Barker, D.C. & Gutman, M.A. (2014). Evaluation of Active Living Research: Ten Years of Progress in Building a New Field. American Journal of Preventive Medicine, 46(2), 208-215.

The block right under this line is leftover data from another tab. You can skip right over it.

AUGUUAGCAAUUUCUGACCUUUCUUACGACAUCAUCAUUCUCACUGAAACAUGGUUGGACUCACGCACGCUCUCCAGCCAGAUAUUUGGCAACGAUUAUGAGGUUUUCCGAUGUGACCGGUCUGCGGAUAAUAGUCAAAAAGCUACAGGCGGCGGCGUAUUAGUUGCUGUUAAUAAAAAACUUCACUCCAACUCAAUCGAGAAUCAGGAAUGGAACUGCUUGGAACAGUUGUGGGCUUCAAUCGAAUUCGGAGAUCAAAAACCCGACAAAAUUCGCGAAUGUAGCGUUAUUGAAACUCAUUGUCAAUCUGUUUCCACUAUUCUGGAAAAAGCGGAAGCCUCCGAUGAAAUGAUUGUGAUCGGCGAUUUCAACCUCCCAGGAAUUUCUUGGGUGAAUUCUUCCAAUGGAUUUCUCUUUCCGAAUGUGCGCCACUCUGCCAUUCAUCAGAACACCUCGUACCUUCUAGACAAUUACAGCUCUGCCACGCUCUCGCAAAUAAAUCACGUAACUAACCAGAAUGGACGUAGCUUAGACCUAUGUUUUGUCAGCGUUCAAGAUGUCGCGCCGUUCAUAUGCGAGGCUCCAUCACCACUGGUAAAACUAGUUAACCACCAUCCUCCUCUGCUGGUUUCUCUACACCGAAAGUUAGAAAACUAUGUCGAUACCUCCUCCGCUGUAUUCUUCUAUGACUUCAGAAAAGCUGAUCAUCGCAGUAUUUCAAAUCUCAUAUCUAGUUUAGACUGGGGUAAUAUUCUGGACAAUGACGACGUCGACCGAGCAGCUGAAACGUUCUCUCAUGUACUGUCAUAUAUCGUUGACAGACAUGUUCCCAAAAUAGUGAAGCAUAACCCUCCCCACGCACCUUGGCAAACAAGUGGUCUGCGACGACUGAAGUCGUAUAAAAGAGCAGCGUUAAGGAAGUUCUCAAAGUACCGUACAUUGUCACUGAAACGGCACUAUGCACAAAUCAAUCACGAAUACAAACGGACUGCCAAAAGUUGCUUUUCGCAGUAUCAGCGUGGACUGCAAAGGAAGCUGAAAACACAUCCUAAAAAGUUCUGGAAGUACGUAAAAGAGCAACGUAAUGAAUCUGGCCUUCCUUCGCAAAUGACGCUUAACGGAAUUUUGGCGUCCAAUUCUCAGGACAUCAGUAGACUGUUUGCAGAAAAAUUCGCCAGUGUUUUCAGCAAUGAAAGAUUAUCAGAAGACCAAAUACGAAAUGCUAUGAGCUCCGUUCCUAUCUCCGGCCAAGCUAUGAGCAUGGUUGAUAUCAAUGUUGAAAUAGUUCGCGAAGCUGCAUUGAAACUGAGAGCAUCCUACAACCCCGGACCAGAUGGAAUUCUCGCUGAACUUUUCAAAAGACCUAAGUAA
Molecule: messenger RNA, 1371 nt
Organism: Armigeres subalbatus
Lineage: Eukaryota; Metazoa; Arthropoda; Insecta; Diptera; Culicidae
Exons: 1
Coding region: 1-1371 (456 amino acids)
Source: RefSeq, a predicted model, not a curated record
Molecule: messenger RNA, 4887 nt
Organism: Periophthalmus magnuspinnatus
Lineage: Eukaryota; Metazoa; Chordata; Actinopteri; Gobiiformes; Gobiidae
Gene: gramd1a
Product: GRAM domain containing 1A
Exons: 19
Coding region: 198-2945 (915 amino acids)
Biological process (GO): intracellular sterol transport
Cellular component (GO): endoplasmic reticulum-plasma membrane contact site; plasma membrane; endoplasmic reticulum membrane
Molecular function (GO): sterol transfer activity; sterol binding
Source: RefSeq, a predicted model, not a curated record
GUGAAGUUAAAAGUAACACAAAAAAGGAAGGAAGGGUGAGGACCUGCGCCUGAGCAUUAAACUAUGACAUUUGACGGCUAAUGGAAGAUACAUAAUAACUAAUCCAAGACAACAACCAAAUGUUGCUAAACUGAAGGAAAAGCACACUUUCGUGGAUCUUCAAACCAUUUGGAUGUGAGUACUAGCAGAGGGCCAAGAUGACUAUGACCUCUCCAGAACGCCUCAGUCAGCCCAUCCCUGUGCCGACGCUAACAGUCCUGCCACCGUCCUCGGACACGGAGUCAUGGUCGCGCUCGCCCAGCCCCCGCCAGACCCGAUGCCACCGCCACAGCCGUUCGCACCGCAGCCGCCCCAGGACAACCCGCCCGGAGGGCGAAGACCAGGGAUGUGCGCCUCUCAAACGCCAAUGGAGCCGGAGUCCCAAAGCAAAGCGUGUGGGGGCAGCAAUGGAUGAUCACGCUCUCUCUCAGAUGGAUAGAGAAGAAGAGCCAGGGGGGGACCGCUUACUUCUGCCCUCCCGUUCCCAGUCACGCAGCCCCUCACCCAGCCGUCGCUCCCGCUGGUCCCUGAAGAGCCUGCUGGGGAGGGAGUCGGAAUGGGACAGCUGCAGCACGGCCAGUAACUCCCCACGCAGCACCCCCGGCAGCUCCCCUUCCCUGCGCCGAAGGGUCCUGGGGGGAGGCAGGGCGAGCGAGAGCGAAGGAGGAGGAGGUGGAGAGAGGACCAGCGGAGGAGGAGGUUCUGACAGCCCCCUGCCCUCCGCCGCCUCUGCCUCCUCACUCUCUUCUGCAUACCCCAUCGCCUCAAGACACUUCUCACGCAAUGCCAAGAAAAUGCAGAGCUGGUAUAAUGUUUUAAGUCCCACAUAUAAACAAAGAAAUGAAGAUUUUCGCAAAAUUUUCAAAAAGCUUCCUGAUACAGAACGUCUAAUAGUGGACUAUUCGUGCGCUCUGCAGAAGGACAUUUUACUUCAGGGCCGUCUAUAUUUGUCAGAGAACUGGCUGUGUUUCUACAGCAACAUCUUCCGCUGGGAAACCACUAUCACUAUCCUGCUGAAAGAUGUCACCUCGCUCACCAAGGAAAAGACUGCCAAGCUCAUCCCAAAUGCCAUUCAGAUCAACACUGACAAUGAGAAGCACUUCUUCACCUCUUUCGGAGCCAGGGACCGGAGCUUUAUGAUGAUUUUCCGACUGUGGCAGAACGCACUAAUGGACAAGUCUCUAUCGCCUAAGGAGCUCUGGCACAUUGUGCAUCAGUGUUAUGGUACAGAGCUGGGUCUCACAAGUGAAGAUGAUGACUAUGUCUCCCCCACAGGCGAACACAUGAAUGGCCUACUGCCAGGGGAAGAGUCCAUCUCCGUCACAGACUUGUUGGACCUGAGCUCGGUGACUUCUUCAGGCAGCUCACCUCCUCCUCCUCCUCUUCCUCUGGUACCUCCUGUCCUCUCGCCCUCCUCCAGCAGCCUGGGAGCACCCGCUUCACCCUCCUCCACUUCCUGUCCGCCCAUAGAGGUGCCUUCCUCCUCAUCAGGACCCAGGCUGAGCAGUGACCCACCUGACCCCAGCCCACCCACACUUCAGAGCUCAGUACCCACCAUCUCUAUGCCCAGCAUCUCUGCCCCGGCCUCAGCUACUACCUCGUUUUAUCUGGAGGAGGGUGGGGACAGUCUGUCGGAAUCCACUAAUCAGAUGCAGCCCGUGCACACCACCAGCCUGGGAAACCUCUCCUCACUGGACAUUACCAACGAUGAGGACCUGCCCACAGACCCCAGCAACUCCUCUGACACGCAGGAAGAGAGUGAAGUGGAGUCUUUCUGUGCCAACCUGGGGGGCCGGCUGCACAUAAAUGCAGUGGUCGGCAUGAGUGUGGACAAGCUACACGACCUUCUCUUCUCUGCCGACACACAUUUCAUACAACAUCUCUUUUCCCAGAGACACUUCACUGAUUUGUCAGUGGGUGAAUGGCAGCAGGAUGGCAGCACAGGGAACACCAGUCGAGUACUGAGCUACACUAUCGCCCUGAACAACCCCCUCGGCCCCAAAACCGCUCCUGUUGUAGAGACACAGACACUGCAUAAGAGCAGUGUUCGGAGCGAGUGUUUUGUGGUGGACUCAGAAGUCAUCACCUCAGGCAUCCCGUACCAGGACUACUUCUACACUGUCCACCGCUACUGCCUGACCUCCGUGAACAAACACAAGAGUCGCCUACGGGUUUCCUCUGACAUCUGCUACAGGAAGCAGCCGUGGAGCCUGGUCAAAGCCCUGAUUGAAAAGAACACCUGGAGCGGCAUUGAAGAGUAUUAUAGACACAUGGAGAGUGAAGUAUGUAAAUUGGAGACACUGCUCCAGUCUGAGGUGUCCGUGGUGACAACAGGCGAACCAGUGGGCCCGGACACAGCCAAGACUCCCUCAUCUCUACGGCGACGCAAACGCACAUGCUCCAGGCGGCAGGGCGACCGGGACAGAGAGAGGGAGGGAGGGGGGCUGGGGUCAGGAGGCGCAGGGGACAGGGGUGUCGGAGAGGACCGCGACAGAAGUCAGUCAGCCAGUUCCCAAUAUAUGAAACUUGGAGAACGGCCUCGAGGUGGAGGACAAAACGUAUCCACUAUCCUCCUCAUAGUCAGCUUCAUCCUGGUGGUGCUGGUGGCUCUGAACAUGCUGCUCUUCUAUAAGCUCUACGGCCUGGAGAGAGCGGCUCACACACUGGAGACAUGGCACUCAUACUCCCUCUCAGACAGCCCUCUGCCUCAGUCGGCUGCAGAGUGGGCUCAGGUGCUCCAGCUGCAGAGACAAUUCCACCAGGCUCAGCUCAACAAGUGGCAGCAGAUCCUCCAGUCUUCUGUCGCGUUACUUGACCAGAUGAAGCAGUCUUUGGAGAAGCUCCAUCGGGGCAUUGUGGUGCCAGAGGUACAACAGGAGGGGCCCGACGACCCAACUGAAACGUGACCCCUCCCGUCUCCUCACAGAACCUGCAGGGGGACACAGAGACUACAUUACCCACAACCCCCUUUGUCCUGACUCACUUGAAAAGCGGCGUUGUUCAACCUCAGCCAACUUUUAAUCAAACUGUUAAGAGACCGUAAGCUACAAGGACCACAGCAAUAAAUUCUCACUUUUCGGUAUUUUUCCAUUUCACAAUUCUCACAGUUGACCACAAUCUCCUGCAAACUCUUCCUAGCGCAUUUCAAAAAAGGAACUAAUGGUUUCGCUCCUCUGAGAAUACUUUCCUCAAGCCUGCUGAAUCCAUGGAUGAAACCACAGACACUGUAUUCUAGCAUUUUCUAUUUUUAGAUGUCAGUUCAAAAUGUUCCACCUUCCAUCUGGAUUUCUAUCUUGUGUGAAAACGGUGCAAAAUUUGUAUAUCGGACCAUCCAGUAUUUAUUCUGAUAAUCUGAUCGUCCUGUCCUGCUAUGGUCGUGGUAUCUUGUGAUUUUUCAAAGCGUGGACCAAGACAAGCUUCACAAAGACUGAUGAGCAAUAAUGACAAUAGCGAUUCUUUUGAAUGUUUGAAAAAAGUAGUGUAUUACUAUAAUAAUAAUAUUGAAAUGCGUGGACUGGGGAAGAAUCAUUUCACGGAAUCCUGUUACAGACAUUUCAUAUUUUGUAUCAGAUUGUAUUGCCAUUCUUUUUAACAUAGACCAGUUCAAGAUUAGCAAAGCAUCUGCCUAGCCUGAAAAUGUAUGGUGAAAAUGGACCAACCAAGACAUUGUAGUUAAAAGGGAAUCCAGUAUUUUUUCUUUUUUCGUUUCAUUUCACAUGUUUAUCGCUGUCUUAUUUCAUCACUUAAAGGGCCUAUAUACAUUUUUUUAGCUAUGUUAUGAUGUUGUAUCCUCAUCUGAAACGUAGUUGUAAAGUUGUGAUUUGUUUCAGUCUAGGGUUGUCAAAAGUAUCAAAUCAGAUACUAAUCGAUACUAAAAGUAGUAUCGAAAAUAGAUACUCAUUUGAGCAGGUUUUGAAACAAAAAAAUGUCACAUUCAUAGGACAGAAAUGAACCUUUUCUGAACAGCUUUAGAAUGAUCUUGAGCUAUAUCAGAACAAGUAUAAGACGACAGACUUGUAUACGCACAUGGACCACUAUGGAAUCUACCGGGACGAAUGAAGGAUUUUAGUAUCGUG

BACKGROUND: The Robert Wood Johnson Foundation Active Living Research (ALR) program commissioned an evaluation of its initiative to assess 10 years (2001–2011) of progress in establishing a new interdisciplinary field to develop and translate research focused on policy and environmental factors affecting physical activity in children and families. PURPOSE: The second-phase evaluation (ALR-2) was conducted from March to July 2011 to measure progression from evidence- and field-building (Goals 1 and 2) to policy and practice contributions (Goal 3) to inform childhood obesity strategies, and to develop recommendations for a third phase (ALR-3). METHODS: The evaluation was a retrospective, in-depth descriptive study utilizing qualitative and quantitative methods. Key informant interviews (N¼100) across seven stakeholder groups were conducted and analyzed in 2011. Data from web-based surveys of grantee investigators conducted from 2007 to 2011 and analyzed in 2011 served as the primary quantitative source. RESULTS: Key indicators of ALR’s overall progress confirmed ALR’s success across its three goals: (1) establishing a strong research base: 309 publications filling major knowledge gaps; (2) building an interdisciplinary and diverse field: grantees represented 31 disciplines, with more than one quarter (28%) of investigators having r5 years of experience, of which 39% were people of color; and (3) using research to inform policy and practice: 62 examples, of which slightly more than one half (n¼32) resulted in actual policy or practice change. CONCLUSIONS: Overall, ALR met its three goals during ALR-2 and was well positioned to implement a third phase of the program to further accelerate the translation of its research into policy and practice.